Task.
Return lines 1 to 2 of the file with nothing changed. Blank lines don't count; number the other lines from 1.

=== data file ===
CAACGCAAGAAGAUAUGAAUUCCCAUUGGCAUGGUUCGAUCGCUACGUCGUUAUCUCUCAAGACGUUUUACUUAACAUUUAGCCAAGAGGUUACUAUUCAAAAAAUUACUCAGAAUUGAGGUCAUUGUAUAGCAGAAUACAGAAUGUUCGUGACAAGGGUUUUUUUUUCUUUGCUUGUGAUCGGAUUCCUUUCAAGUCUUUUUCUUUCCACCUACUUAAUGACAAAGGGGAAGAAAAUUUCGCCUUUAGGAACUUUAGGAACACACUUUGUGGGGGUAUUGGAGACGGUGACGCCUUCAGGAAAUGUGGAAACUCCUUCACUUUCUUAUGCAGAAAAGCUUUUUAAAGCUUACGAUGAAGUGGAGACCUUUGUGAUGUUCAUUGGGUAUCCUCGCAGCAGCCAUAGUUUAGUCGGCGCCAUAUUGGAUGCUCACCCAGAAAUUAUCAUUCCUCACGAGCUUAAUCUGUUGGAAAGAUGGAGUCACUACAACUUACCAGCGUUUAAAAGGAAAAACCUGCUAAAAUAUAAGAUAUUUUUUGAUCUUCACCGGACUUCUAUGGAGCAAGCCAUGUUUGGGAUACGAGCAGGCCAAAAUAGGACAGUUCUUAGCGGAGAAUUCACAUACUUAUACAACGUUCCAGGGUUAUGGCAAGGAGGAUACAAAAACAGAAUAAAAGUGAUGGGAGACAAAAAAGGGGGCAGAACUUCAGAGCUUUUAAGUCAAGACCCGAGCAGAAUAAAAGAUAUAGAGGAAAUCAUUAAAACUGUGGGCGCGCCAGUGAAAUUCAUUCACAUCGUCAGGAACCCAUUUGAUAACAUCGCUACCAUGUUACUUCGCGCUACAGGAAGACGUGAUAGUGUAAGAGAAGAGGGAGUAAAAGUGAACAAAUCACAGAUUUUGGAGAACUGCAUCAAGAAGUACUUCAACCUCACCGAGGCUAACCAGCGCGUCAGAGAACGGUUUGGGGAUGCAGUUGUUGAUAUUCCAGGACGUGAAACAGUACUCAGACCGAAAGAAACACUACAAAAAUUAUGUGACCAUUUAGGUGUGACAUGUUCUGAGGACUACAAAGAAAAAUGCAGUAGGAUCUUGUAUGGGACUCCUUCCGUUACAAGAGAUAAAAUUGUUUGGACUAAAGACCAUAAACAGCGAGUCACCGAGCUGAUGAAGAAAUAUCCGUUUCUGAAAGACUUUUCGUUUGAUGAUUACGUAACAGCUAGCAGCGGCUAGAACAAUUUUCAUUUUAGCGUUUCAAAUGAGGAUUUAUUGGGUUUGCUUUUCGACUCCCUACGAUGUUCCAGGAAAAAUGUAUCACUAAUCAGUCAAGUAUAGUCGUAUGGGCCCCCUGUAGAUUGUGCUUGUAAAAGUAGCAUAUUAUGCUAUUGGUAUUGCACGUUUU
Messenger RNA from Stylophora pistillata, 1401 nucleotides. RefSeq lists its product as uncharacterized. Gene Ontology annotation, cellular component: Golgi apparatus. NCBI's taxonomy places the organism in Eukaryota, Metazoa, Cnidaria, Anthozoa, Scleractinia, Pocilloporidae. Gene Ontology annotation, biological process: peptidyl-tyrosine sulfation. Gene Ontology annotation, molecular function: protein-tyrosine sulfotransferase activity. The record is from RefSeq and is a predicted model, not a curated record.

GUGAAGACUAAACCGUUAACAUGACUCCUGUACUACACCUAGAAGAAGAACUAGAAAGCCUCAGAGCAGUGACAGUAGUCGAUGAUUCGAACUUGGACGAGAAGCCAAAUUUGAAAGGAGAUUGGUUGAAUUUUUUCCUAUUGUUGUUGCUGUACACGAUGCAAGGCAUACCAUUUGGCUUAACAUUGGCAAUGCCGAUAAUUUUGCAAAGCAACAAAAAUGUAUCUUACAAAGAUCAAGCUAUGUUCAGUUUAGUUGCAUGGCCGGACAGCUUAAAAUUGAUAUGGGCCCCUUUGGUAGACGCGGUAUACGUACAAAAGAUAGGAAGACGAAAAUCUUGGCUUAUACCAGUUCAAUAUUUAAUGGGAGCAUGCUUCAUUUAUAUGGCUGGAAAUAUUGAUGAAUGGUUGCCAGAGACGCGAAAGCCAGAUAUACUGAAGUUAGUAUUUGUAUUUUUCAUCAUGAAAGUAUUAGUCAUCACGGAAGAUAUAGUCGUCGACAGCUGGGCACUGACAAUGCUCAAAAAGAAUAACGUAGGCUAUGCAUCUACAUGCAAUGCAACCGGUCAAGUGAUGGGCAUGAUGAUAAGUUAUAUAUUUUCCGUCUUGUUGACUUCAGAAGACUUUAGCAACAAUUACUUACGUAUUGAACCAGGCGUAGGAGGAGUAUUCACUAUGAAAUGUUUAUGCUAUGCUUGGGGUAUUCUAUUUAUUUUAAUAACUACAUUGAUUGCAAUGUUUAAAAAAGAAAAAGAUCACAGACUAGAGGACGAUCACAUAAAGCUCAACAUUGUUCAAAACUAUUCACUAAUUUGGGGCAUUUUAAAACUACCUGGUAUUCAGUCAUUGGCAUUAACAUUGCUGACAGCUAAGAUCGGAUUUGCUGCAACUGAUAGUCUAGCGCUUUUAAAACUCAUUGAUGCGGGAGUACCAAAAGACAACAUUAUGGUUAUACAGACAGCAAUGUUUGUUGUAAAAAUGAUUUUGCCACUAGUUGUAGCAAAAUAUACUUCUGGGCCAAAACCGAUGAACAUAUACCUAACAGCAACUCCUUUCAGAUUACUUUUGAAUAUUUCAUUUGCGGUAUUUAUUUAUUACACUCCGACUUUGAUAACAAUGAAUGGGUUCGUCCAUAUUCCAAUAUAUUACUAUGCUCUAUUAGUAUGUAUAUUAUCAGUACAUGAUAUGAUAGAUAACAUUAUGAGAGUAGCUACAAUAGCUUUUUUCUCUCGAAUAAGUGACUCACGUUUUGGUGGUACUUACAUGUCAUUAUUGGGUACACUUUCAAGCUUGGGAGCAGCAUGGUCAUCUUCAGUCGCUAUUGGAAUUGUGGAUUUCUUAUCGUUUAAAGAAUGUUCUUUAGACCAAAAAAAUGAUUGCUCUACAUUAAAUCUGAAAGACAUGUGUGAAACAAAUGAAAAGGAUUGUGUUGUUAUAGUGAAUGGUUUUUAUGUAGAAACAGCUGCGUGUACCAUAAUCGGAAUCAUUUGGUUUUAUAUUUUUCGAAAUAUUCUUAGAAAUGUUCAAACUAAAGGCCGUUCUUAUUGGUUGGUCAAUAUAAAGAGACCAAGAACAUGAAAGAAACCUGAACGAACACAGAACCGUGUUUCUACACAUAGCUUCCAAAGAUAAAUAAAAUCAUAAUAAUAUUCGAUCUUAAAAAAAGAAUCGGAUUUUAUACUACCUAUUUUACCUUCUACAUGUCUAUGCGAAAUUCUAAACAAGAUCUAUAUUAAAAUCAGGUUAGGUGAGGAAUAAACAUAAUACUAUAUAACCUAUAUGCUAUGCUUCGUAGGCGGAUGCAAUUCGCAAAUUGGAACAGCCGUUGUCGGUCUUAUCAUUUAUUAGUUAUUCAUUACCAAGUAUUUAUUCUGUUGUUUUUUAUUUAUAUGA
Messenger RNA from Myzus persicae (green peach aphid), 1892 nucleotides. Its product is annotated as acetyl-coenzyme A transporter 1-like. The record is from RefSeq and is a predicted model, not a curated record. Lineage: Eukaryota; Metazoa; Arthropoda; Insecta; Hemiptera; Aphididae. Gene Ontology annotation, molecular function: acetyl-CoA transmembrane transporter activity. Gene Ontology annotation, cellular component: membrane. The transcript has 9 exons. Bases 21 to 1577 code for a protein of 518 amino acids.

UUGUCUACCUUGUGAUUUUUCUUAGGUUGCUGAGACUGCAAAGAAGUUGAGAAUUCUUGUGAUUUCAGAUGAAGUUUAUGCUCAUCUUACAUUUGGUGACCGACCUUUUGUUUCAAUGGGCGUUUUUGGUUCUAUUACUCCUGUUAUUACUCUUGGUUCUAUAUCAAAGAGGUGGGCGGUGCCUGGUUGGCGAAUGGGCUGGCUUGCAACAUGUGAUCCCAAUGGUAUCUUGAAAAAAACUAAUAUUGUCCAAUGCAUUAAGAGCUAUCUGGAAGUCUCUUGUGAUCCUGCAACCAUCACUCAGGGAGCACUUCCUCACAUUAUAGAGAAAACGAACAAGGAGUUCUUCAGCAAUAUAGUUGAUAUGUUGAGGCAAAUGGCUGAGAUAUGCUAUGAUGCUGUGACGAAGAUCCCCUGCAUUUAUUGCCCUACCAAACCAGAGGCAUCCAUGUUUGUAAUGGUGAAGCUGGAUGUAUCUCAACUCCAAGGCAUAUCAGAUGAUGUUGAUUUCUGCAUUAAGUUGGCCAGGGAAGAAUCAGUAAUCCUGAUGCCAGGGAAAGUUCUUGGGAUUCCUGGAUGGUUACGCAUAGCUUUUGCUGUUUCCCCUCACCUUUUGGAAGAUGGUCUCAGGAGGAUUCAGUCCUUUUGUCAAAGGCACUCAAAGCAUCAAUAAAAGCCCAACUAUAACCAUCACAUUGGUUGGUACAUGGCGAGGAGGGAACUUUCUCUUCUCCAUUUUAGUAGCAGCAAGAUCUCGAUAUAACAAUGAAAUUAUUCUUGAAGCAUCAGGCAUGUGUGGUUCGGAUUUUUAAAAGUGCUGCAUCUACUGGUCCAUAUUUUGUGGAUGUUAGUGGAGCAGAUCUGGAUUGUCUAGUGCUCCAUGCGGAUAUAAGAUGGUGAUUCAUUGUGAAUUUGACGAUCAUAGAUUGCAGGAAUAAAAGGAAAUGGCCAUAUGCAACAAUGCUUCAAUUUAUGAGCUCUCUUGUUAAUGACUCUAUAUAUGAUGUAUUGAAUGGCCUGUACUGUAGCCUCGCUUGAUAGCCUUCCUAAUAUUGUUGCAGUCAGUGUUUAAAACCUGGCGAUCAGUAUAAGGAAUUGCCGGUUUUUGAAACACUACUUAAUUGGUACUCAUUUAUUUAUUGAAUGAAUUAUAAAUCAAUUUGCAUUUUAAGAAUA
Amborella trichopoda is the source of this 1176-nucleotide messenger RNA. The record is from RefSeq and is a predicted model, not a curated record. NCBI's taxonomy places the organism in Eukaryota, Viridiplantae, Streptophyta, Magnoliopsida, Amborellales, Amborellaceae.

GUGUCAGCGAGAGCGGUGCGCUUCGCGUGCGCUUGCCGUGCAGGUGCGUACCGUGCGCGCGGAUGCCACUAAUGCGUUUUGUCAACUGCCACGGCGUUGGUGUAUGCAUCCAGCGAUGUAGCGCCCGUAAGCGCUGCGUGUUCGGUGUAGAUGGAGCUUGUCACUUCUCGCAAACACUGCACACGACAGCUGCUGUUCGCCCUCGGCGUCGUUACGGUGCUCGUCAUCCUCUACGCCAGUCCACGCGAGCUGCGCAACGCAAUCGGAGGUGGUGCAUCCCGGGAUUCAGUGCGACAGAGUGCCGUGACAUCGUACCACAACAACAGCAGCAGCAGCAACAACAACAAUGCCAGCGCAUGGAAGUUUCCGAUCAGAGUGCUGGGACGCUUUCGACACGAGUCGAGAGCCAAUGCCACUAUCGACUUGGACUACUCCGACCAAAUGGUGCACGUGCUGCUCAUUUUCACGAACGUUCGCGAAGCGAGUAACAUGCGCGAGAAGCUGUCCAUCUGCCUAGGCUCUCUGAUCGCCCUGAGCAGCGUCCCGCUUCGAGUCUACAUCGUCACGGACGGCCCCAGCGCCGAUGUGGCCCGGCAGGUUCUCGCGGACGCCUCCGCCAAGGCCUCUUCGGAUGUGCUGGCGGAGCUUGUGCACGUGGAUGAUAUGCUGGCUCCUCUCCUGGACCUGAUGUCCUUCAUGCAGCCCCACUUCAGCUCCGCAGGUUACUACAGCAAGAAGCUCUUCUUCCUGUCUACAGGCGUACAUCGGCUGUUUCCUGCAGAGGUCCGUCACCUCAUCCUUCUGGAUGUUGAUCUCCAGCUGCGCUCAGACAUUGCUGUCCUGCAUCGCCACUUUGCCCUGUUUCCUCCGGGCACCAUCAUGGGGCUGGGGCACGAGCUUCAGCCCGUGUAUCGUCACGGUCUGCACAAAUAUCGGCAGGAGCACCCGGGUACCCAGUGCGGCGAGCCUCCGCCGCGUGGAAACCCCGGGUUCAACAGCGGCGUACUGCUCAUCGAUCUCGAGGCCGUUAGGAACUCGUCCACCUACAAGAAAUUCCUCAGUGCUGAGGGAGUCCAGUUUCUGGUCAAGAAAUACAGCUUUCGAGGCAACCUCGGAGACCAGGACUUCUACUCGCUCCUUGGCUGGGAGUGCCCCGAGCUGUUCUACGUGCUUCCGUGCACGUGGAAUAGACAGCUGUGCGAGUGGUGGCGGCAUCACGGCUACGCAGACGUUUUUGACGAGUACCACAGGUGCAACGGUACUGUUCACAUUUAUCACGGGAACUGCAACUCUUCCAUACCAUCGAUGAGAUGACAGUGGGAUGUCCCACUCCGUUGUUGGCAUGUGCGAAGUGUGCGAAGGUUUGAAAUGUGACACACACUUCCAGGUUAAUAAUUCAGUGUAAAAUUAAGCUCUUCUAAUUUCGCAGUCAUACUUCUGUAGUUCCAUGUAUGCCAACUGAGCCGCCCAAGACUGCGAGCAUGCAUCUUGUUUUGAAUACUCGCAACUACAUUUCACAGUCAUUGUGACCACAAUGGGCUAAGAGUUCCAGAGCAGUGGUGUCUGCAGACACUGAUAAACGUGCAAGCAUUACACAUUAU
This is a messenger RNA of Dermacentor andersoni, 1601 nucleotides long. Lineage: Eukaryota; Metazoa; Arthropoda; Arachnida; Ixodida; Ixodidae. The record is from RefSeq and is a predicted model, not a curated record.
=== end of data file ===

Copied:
CAACGCAAGAAGAUAUGAAUUCCCAUUGGCAUGGUUCGAUCGCUACGUCGUUAUCUCUCAAGACGUUUUACUUAACAUUUAGCCAAGAGGUUACUAUUCAAAAAAUUACUCAGAAUUGAGGUCAUUGUAUAGCAGAAUACAGAAUGUUCGUGACAAGGGUUUUUUUUUCUUUGCUUGUGAUCGGAUUCCUUUCAAGUCUUUUUCUUUCCACCUACUUAAUGACAAAGGGGAAGAAAAUUUCGCCUUUAGGAACUUUAGGAACACACUUUGUGGGGGUAUUGGAGACGGUGACGCCUUCAGGAAAUGUGGAAACUCCUUCACUUUCUUAUGCAGAAAAGCUUUUUAAAGCUUACGAUGAAGUGGAGACCUUUGUGAUGUUCAUUGGGUAUCCUCGCAGCAGCCAUAGUUUAGUCGGCGCCAUAUUGGAUGCUCACCCAGAAAUUAUCAUUCCUCACGAGCUUAAUCUGUUGGAAAGAUGGAGUCACUACAACUUACCAGCGUUUAAAAGGAAAAACCUGCUAAAAUAUAAGAUAUUUUUUGAUCUUCACCGGACUUCUAUGGAGCAAGCCAUGUUUGGGAUACGAGCAGGCCAAAAUAGGACAGUUCUUAGCGGAGAAUUCACAUACUUAUACAACGUUCCAGGGUUAUGGCAAGGAGGAUACAAAAACAGAAUAAAAGUGAUGGGAGACAAAAAAGGGGGCAGAACUUCAGAGCUUUUAAGUCAAGACCCGAGCAGAAUAAAAGAUAUAGAGGAAAUCAUUAAAACUGUGGGCGCGCCAGUGAAAUUCAUUCACAUCGUCAGGAACCCAUUUGAUAACAUCGCUACCAUGUUACUUCGCGCUACAGGAAGACGUGAUAGUGUAAGAGAAGAGGGAGUAAAAGUGAACAAAUCACAGAUUUUGGAGAACUGCAUCAAGAAGUACUUCAACCUCACCGAGGCUAACCAGCGCGUCAGAGAACGGUUUGGGGAUGCAGUUGUUGAUAUUCCAGGACGUGAAACAGUACUCAGACCGAAAGAAACACUACAAAAAUUAUGUGACCAUUUAGGUGUGACAUGUUCUGAGGACUACAAAGAAAAAUGCAGUAGGAUCUUGUAUGGGACUCCUUCCGUUACAAGAGAUAAAAUUGUUUGGACUAAAGACCAUAAACAGCGAGUCACCGAGCUGAUGAAGAAAUAUCCGUUUCUGAAAGACUUUUCGUUUGAUGAUUACGUAACAGCUAGCAGCGGCUAGAACAAUUUUCAUUUUAGCGUUUCAAAUGAGGAUUUAUUGGGUUUGCUUUUCGACUCCCUACGAUGUUCCAGGAAAAAUGUAUCACUAAUCAGUCAAGUAUAGUCGUAUGGGCCCCCUGUAGAUUGUGCUUGUAAAAGUAGCAUAUUAUGCUAUUGGUAUUGCACGUUUU
Messenger RNA from Stylophora pistillata, 1401 nucleotides. RefSeq lists its product as uncharacterized. Gene Ontology annotation, cellular component: Golgi apparatus. NCBI's taxonomy places the organism in Eukaryota, Metazoa, Cnidaria, Anthozoa, Scleractinia, Pocilloporidae. Gene Ontology annotation, biological process: peptidyl-tyrosine sulfation. Gene Ontology annotation, molecular function: protein-tyrosine sulfotransferase activity. The record is from RefSeq and is a predicted model, not a curated record.